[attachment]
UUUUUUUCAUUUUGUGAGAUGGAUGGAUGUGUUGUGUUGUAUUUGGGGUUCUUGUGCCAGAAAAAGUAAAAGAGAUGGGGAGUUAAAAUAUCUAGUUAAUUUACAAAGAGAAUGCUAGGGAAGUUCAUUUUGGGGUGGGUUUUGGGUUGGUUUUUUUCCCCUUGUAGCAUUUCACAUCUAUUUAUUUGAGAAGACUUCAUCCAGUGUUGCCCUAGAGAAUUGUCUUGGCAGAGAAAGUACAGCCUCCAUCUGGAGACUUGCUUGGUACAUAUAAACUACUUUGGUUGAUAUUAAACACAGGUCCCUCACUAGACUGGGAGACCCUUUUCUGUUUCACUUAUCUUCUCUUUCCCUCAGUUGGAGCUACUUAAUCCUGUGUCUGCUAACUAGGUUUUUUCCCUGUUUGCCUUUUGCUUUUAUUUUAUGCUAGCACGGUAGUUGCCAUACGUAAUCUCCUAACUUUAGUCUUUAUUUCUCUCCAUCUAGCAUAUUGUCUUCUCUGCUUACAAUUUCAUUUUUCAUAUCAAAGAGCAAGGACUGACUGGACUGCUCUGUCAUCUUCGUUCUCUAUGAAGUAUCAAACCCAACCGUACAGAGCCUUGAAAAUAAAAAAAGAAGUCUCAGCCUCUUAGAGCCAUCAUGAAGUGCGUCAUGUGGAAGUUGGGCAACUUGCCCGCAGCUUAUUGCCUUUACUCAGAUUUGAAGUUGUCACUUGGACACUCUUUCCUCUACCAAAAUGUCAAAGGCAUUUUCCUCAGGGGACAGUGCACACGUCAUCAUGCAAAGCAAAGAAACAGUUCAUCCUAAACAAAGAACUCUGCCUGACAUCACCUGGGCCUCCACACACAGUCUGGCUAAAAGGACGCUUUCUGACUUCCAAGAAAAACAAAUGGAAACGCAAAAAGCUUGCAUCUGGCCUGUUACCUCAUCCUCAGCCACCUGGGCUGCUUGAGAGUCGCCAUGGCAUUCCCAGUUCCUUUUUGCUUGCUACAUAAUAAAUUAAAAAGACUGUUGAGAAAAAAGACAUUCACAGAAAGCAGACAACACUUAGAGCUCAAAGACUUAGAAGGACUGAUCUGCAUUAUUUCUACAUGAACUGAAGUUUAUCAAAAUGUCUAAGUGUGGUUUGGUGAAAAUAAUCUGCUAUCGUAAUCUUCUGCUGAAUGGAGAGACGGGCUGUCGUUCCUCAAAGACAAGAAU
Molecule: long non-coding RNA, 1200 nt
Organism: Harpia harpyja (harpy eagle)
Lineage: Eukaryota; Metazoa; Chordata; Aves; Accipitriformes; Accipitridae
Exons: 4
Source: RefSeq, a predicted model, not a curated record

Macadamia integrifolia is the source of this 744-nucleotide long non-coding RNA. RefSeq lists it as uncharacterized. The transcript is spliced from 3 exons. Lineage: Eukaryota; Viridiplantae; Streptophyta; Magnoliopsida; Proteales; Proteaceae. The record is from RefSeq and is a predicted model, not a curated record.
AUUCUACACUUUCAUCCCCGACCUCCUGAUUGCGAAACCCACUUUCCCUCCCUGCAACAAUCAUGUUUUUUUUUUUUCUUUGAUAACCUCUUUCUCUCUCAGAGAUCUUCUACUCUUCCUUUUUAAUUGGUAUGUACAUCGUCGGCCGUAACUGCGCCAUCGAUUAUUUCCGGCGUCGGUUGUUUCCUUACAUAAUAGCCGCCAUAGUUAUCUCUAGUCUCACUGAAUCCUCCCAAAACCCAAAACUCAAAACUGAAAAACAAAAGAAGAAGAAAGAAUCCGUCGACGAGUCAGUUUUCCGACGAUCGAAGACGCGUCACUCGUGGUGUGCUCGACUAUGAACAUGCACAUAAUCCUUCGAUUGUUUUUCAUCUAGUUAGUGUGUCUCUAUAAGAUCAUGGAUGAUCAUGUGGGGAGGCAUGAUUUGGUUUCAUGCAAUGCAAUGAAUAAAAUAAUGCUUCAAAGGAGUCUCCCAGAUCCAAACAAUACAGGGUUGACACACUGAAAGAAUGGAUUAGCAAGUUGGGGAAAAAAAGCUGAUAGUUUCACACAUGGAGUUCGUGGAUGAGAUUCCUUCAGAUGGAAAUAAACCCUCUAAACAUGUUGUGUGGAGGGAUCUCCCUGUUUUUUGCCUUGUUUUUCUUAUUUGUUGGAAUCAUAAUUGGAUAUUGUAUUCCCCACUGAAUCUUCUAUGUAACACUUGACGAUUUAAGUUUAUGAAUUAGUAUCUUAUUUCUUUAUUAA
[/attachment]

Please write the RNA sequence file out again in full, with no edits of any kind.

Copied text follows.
UUUUUUUCAUUUUGUGAGAUGGAUGGAUGUGUUGUGUUGUAUUUGGGGUUCUUGUGCCAGAAAAAGUAAAAGAGAUGGGGAGUUAAAAUAUCUAGUUAAUUUACAAAGAGAAUGCUAGGGAAGUUCAUUUUGGGGUGGGUUUUGGGUUGGUUUUUUUCCCCUUGUAGCAUUUCACAUCUAUUUAUUUGAGAAGACUUCAUCCAGUGUUGCCCUAGAGAAUUGUCUUGGCAGAGAAAGUACAGCCUCCAUCUGGAGACUUGCUUGGUACAUAUAAACUACUUUGGUUGAUAUUAAACACAGGUCCCUCACUAGACUGGGAGACCCUUUUCUGUUUCACUUAUCUUCUCUUUCCCUCAGUUGGAGCUACUUAAUCCUGUGUCUGCUAACUAGGUUUUUUCCCUGUUUGCCUUUUGCUUUUAUUUUAUGCUAGCACGGUAGUUGCCAUACGUAAUCUCCUAACUUUAGUCUUUAUUUCUCUCCAUCUAGCAUAUUGUCUUCUCUGCUUACAAUUUCAUUUUUCAUAUCAAAGAGCAAGGACUGACUGGACUGCUCUGUCAUCUUCGUUCUCUAUGAAGUAUCAAACCCAACCGUACAGAGCCUUGAAAAUAAAAAAAGAAGUCUCAGCCUCUUAGAGCCAUCAUGAAGUGCGUCAUGUGGAAGUUGGGCAACUUGCCCGCAGCUUAUUGCCUUUACUCAGAUUUGAAGUUGUCACUUGGACACUCUUUCCUCUACCAAAAUGUCAAAGGCAUUUUCCUCAGGGGACAGUGCACACGUCAUCAUGCAAAGCAAAGAAACAGUUCAUCCUAAACAAAGAACUCUGCCUGACAUCACCUGGGCCUCCACACACAGUCUGGCUAAAAGGACGCUUUCUGACUUCCAAGAAAAACAAAUGGAAACGCAAAAAGCUUGCAUCUGGCCUGUUACCUCAUCCUCAGCCACCUGGGCUGCUUGAGAGUCGCCAUGGCAUUCCCAGUUCCUUUUUGCUUGCUACAUAAUAAAUUAAAAAGACUGUUGAGAAAAAAGACAUUCACAGAAAGCAGACAACACUUAGAGCUCAAAGACUUAGAAGGACUGAUCUGCAUUAUUUCUACAUGAACUGAAGUUUAUCAAAAUGUCUAAGUGUGGUUUGGUGAAAAUAAUCUGCUAUCGUAAUCUUCUGCUGAAUGGAGAGACGGGCUGUCGUUCCUCAAAGACAAGAAU
Molecule: long non-coding RNA, 1200 nt
Organism: Harpia harpyja (harpy eagle)
Lineage: Eukaryota; Metazoa; Chordata; Aves; Accipitriformes; Accipitridae
Exons: 4
Source: RefSeq, a predicted model, not a curated record

Macadamia integrifolia is the source of this 744-nucleotide long non-coding RNA. RefSeq lists it as uncharacterized. The transcript is spliced from 3 exons. Lineage: Eukaryota; Viridiplantae; Streptophyta; Magnoliopsida; Proteales; Proteaceae. The record is from RefSeq and is a predicted model, not a curated record.
AUUCUACACUUUCAUCCCCGACCUCCUGAUUGCGAAACCCACUUUCCCUCCCUGCAACAAUCAUGUUUUUUUUUUUUCUUUGAUAACCUCUUUCUCUCUCAGAGAUCUUCUACUCUUCCUUUUUAAUUGGUAUGUACAUCGUCGGCCGUAACUGCGCCAUCGAUUAUUUCCGGCGUCGGUUGUUUCCUUACAUAAUAGCCGCCAUAGUUAUCUCUAGUCUCACUGAAUCCUCCCAAAACCCAAAACUCAAAACUGAAAAACAAAAGAAGAAGAAAGAAUCCGUCGACGAGUCAGUUUUCCGACGAUCGAAGACGCGUCACUCGUGGUGUGCUCGACUAUGAACAUGCACAUAAUCCUUCGAUUGUUUUUCAUCUAGUUAGUGUGUCUCUAUAAGAUCAUGGAUGAUCAUGUGGGGAGGCAUGAUUUGGUUUCAUGCAAUGCAAUGAAUAAAAUAAUGCUUCAAAGGAGUCUCCCAGAUCCAAACAAUACAGGGUUGACACACUGAAAGAAUGGAUUAGCAAGUUGGGGAAAAAAAGCUGAUAGUUUCACACAUGGAGUUCGUGGAUGAGAUUCCUUCAGAUGGAAAUAAACCCUCUAAACAUGUUGUGUGGAGGGAUCUCCCUGUUUUUUGCCUUGUUUUUCUUAUUUGUUGGAAUCAUAAUUGGAUAUUGUAUUCCCCACUGAAUCUUCUAUGUAACACUUGACGAUUUAAGUUUAUGAAUUAGUAUCUUAUUUCUUUAUUAA